Motivation and Learning

Image source, with permission: Bucella, 2008, Cartoon Stock 

Merrill’s (2002) ‘first principles of instruction’ include four phases (activation, demonstration, application, and integration) occurring in the context of real-world tasks or problems.  As both a teacher and learner myself, I found it interesting that Merrill does not include learner motivation as a first principle and, in fact, argues that “the real motivation for learners is learning” (p. 50).  Is motivation really an outcome of learning, as Merrill posits, or is motivation needed for learning to occur?

Motivation might be a learning outcome if Merrill’s principles could be customized for each and every student, for example, if instruction could start from exactly the point of what each student already knows, and if the task or problem could be customized to the student’s particular learning needs.  This is rarely feasible in today’s learning environments, however.  A teacher often has many students and a finite amount of time to cover pre-determined learning objectives.  Also, I believe the subject matter itself must initially be motivating to the learner.  If one does not have an interest in playing the piano, becoming a medical doctor, or quantum mechanics, I am unsure that any attempt to follow Merrill’s principles of instruction would motivate the student to invest the time and energy to learn.  Learning appears to require learner motivation, either from internal factors such as curiosity of the subject, or external factors such as desiring a passing grade or promotion (Halamish, Madmon, & Moed, 2019).  Considering your own experiences as an educator or learner, is motivation an outcome or a cause of learning?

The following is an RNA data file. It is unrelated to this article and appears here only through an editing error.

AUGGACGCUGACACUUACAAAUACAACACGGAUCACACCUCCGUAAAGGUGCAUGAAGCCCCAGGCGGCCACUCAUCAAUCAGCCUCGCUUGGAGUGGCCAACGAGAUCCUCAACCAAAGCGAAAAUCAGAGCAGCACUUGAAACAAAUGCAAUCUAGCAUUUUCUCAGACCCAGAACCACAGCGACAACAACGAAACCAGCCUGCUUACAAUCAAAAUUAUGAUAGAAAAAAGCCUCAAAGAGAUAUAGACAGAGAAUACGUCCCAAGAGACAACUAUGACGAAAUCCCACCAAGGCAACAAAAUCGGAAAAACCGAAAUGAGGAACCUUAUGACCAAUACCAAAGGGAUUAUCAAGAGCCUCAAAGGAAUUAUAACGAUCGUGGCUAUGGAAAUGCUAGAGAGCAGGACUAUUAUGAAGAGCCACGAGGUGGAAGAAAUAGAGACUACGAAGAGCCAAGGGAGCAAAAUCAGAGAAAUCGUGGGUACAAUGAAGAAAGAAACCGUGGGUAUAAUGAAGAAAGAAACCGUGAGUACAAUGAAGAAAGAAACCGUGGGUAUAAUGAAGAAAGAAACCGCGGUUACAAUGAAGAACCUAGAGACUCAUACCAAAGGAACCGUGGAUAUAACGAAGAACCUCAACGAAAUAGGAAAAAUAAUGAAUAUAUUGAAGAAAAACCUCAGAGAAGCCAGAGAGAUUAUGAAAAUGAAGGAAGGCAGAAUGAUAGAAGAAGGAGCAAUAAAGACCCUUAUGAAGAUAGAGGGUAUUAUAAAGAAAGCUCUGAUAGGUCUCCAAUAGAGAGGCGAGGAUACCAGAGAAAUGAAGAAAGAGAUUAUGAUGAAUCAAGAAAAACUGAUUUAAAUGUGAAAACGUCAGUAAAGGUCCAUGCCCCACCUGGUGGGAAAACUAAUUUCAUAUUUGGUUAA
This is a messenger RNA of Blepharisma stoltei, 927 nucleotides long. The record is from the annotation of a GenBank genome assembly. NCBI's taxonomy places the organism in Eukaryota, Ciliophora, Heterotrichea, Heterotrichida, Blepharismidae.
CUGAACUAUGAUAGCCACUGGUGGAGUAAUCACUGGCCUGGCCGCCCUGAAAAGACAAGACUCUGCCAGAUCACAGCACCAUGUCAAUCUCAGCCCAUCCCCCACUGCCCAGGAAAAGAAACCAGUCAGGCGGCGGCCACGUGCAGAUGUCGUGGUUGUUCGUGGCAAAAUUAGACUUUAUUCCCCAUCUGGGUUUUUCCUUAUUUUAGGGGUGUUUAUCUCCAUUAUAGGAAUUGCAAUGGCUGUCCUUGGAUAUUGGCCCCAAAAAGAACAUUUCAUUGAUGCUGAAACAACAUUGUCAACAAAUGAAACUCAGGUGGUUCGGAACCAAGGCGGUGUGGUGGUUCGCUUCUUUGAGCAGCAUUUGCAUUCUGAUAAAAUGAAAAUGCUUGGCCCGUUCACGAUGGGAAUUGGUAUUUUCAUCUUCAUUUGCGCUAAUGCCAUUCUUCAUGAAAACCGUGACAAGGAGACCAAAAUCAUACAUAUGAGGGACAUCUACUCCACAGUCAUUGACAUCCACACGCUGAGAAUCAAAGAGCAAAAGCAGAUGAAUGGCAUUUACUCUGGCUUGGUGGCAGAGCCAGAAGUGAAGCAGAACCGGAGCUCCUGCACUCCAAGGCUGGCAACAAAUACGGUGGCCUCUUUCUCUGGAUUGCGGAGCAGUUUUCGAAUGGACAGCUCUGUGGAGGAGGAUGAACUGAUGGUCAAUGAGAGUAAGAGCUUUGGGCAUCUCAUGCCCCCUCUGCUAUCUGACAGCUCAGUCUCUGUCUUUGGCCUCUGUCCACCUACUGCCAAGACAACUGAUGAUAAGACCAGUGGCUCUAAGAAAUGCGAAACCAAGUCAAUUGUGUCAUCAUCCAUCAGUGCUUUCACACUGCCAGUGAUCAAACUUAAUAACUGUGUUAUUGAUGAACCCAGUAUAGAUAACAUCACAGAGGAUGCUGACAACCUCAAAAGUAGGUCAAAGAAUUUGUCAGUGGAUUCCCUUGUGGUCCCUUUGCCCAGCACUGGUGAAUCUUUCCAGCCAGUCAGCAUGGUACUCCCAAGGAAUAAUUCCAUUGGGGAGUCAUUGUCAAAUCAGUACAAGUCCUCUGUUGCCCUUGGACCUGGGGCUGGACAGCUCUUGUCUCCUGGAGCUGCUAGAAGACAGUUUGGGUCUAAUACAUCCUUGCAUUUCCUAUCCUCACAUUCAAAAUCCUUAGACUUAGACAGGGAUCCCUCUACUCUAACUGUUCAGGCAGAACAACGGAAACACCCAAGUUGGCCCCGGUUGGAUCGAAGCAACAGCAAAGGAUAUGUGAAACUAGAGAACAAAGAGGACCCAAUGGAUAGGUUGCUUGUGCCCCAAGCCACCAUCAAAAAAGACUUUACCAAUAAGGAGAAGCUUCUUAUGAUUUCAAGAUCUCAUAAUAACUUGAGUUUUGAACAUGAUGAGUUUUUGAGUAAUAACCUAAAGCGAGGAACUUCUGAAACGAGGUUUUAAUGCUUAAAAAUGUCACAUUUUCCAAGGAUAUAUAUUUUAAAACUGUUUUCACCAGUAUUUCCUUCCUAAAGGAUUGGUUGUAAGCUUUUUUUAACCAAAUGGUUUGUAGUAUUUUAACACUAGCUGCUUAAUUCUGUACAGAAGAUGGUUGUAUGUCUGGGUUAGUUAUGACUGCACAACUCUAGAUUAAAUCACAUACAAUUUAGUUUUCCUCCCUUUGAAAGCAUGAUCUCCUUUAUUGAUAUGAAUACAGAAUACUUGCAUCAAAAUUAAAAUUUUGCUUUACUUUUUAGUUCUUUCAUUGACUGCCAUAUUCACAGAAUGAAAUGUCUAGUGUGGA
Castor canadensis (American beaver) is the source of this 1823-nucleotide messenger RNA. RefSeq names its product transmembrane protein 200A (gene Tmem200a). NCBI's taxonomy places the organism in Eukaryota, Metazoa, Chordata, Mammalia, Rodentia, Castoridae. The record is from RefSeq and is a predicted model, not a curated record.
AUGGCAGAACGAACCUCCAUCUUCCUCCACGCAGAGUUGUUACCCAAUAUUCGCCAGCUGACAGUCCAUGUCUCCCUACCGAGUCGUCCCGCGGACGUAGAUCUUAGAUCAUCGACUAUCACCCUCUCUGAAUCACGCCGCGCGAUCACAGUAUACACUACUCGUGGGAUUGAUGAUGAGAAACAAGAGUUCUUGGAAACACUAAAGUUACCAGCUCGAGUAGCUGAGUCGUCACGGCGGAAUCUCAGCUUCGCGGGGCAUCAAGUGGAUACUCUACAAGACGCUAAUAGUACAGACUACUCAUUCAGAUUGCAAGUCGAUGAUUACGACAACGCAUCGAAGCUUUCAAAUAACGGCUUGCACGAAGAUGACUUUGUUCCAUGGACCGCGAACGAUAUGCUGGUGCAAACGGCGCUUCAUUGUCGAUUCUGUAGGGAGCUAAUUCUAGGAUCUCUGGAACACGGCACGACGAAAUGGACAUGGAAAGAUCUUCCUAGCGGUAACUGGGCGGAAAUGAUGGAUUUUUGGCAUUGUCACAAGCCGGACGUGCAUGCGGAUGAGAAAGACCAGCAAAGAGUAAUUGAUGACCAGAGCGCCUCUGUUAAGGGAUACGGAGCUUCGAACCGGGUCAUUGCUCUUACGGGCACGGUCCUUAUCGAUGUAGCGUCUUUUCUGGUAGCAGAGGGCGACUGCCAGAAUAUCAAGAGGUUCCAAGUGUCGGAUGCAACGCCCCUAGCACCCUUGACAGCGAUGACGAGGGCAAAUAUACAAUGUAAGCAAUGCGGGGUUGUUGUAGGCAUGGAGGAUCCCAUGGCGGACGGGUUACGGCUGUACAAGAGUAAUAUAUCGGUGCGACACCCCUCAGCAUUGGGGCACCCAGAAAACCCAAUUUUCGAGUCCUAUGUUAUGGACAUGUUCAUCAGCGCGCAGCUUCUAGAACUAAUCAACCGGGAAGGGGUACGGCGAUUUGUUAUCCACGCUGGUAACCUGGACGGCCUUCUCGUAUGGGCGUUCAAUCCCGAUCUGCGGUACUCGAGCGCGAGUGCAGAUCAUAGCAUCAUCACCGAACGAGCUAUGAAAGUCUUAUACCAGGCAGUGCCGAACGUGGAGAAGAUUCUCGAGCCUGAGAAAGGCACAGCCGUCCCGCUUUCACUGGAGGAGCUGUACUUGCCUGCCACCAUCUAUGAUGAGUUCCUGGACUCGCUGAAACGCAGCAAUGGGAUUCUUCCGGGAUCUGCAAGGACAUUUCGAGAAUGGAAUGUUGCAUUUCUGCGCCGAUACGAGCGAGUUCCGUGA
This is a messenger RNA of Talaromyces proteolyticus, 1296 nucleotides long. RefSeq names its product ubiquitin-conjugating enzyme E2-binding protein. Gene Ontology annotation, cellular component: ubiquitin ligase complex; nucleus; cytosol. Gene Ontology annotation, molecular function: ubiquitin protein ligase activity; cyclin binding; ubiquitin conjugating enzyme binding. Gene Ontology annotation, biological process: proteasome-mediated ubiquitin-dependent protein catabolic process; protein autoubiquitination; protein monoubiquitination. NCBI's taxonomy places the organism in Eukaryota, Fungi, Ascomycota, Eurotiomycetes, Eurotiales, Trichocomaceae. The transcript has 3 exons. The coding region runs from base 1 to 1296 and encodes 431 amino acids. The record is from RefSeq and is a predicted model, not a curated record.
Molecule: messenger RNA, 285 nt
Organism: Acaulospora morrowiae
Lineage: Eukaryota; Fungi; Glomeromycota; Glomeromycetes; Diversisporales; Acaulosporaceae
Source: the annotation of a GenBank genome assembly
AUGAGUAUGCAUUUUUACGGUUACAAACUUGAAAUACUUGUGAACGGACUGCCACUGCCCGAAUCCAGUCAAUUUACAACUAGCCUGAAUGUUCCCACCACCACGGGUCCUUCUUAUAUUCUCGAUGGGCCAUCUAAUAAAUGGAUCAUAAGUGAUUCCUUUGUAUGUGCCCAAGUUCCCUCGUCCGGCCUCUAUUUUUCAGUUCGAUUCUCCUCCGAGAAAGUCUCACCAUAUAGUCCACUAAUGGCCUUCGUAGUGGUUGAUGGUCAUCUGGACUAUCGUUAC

References

Halamish V, Madmon I, & Moed A. (2019). Motivation to learn: The long-term mnemonic benefit of curiosity in intentional learning. Experimental Psychology, 66(5), 319-330. doi:10.1027/1618-3169/a000455

Merrill, M D. (2002). First principles of instruction. Educational Technology Research and Development, 50(3), 42-59.

One thought on “Motivation and Learning”

  1. I agree with you that motivation should be included in Merrill’s principles. If the motivation for the student is not right, then learning becomes an increased challenge. To follow up on your comment around Merrill’s position that learning creates motivation. So often we see students who are not in the classroom because they want to be, but because their parents (or some else with the power of influence) made them go to school. In those cases, the learner would likely not get motivation from the learning, but resentment.
    Merrill also proposes that students’ first inclination when learning something new is to share it with those in their personal life (rather than in their academic life) (Merrill, 2019, p. 50). This idea goes along with your points on motivation. If the student does not have the motivation to learn the information, he/she will not be able to share that information and absorb it completely. Reflecting on the new information is when the magic happens! Without the motivation to start, the path does not become a reality, motivation is the first step!
    Kathy

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